As the threat of a Greece debt default wanes, Treasury traders are again focused on parsing U.S. economic data to gauge when the Federal Reserve will raise interest rates.
Investors expecting higher rates forced the U.S. to pay the most this year at an auction of two-year notes. The premium offered by Treasuries over developed-market peers has risen from an almost five-month low as demand for U.S. government debt ebbs with European turmoil subsiding. Reports showed orders for business equipment increased in May and new-home sales rose to the highest level in seven years.
“Data hasn’t been quite that bad and there’s been improvement in the Greece situation,” said Aaron Kohli, an interest-rate strategist BNP Paribas SA in New York, a primary dealer. “The market’s taking a little joy from that.”
Yields on benchmark U.S. 10-year securities rose four basis points, or 0.04 percentage point, to 2.41 percent as of 4:59 p.m. in New York, according to Bloomberg Bond Trader data. They touched 2.43 percent, the highest since June 10. The price of the 2.125 percent note due in May 2025 fell 10/32, or $3.13 per $1,000 face value, to 97 1/2.
The weighted average of estimates in a Bloomberg analyst survey is for the yield to rise to 2.56 percent by the end of 2015. Futures show a 35 percent chance the Fed will raise its benchmark rate from near zero in September and a 71 percent chance of an increase by December, according to data compiled by Bloomberg.
“The likely decent performance of economic growth in the second and third quarters sets the stage for a September initial rate hike,” said Guy LeBas, chief fixed-income strategist at Janney Montgomery Scott LLC in Philadelphia, which manages $61 billion in assets.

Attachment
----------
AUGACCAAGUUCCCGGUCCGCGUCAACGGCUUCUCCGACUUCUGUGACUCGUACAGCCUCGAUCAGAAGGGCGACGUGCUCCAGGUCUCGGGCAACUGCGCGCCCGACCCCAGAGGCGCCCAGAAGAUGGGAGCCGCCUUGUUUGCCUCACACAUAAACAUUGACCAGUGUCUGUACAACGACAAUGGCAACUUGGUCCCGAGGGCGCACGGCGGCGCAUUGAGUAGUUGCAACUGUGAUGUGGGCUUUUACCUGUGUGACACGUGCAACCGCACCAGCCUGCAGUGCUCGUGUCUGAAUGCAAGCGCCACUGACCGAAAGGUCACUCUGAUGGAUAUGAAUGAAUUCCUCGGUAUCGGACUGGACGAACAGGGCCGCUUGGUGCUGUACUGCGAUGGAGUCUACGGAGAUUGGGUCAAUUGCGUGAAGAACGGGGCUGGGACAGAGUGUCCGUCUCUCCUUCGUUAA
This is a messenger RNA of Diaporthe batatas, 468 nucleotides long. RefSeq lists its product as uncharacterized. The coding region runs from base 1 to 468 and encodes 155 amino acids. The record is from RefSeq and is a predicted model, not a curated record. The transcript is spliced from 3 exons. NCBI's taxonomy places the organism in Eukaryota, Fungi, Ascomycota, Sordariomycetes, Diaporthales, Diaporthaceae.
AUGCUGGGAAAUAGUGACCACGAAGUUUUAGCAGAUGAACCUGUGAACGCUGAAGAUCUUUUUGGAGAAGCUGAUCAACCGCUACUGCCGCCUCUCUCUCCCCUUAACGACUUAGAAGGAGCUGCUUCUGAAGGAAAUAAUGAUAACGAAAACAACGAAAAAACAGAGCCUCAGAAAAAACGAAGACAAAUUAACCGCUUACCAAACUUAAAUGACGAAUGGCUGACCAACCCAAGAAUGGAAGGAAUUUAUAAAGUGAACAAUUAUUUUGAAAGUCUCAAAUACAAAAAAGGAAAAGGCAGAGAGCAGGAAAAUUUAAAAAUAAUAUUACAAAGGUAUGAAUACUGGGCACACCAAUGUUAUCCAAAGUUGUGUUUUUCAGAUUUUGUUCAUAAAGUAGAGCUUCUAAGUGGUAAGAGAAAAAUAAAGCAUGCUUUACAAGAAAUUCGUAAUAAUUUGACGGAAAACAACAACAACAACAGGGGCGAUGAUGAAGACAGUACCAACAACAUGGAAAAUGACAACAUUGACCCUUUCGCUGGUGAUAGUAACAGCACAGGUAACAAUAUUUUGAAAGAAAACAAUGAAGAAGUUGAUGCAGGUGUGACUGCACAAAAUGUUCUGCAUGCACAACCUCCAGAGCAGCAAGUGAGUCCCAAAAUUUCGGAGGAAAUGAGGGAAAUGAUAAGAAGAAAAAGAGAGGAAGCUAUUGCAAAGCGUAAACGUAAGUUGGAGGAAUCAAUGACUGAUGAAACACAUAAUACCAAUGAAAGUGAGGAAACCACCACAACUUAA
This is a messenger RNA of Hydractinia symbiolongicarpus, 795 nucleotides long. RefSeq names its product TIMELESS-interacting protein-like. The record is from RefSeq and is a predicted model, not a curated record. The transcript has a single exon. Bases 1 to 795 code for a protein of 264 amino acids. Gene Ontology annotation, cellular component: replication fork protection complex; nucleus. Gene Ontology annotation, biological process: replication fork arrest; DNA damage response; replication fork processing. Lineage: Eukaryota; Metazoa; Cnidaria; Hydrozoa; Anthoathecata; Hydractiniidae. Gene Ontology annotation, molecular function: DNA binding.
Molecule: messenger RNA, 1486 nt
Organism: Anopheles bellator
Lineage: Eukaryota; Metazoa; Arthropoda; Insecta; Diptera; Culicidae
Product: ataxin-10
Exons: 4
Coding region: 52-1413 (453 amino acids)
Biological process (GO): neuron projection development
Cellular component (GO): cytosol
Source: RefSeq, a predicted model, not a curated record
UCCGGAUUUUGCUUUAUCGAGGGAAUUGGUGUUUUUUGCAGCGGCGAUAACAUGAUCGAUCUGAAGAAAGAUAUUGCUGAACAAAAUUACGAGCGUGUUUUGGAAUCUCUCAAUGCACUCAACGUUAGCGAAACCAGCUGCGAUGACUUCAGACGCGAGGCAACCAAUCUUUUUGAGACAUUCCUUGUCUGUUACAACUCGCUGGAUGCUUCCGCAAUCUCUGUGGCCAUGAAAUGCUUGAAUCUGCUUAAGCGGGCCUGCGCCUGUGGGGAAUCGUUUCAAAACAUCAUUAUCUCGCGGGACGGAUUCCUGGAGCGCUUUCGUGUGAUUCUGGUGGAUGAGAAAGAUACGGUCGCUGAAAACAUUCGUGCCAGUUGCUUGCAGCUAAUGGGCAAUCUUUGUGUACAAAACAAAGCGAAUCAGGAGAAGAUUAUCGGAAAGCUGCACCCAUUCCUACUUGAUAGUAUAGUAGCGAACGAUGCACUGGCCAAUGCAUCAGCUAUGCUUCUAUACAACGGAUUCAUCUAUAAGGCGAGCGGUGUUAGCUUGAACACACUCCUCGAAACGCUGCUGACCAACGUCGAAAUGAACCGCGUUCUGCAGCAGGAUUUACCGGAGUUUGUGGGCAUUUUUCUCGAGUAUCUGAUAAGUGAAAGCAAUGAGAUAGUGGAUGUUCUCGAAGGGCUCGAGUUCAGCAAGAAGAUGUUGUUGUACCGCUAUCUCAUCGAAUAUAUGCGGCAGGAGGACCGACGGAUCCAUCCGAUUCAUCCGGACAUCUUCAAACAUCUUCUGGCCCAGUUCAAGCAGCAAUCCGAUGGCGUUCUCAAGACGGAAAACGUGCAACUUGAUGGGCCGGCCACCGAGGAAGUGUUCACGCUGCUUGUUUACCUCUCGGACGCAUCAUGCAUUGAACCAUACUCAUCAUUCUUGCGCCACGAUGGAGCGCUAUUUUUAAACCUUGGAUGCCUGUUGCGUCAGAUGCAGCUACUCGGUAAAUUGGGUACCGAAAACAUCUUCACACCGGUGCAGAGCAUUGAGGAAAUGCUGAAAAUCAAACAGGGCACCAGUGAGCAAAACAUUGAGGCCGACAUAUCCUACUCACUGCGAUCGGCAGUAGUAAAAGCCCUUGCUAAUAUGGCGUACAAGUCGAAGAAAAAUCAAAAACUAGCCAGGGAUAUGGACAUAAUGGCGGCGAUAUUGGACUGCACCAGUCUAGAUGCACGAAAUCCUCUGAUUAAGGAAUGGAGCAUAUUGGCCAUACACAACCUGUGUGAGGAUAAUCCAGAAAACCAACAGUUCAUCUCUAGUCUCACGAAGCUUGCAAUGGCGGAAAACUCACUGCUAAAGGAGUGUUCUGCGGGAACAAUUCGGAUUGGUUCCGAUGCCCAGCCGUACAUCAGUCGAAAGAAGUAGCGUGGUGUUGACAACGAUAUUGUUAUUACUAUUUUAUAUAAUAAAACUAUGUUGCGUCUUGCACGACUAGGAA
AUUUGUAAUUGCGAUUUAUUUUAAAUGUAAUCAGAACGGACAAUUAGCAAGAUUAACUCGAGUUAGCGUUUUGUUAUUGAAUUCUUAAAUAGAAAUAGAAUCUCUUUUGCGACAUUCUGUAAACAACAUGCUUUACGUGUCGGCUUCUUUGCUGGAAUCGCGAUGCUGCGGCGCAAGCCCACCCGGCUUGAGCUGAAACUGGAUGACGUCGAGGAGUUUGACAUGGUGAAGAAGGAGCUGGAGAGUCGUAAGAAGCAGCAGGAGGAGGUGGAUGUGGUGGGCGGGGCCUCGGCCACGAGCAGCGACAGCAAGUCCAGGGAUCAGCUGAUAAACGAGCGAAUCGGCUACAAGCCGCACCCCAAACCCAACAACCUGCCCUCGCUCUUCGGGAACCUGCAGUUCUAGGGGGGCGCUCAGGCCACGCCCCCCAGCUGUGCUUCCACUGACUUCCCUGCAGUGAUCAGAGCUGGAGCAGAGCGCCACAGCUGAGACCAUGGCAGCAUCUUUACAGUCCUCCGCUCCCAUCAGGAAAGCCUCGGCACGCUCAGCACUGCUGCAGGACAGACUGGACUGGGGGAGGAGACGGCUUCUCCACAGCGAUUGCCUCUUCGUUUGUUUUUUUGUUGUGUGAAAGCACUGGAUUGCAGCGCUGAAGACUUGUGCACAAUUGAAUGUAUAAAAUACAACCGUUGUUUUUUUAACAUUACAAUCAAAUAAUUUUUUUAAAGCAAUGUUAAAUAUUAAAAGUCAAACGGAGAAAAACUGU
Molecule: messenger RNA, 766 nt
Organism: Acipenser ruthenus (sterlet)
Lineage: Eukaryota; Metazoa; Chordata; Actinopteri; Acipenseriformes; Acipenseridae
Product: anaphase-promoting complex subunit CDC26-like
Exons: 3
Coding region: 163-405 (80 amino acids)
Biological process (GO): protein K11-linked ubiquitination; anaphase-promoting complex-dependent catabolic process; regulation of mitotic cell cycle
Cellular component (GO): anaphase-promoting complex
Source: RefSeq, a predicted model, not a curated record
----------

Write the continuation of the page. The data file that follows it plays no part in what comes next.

The Treasury Department sold $26 billion of two-year notes at a yield of 0.692 percent, the most since December. The U.S. will sell $35 billion of five-year securities on Wednesday and $29 billion of seven-year debt on June 25.
The extra yield offered by 10-year Treasuries over other Group-of-Seven countries climbed to 97 basis points Tuesday, the highest since June 12. It’s risen 10 basis points since Friday, when it was the lowest since Feb. 5.
Fed Chair Janet Yellen acknowledged this month that there could be spillover to the U.S. in the event Greece could not reach a deal, and that could affect the path of U.S. policy.
European leaders have given the Greek government 48 hours to make the final push needed to satisfy creditors, after welcoming its proposals on Monday that included pension reform.
“People were long Treasuries on the possible default of Greece, and they’re unwinding that trade,” said Charles Comiskey, head of Treasury trading at Bank of Nova Scotia in New York, one of 22 primary dealers that trade with the Fed. A long is a bet the price of a security will rise.
Yellen reiterated this month that policy decisions would depend on the evolution of economic data.
Orders for non-military capital goods excluding aircraft rose 0.4 percent last month after a 0.3 percent decrease in April, data from the Commerce Department showed Tuesday in Washington. New home sales climbed 2.2 percent to a 546,000 annualized pace, exceeding all forecasts in a Bloomberg survey of economists and the most since February 2008, Commerce Department data showed.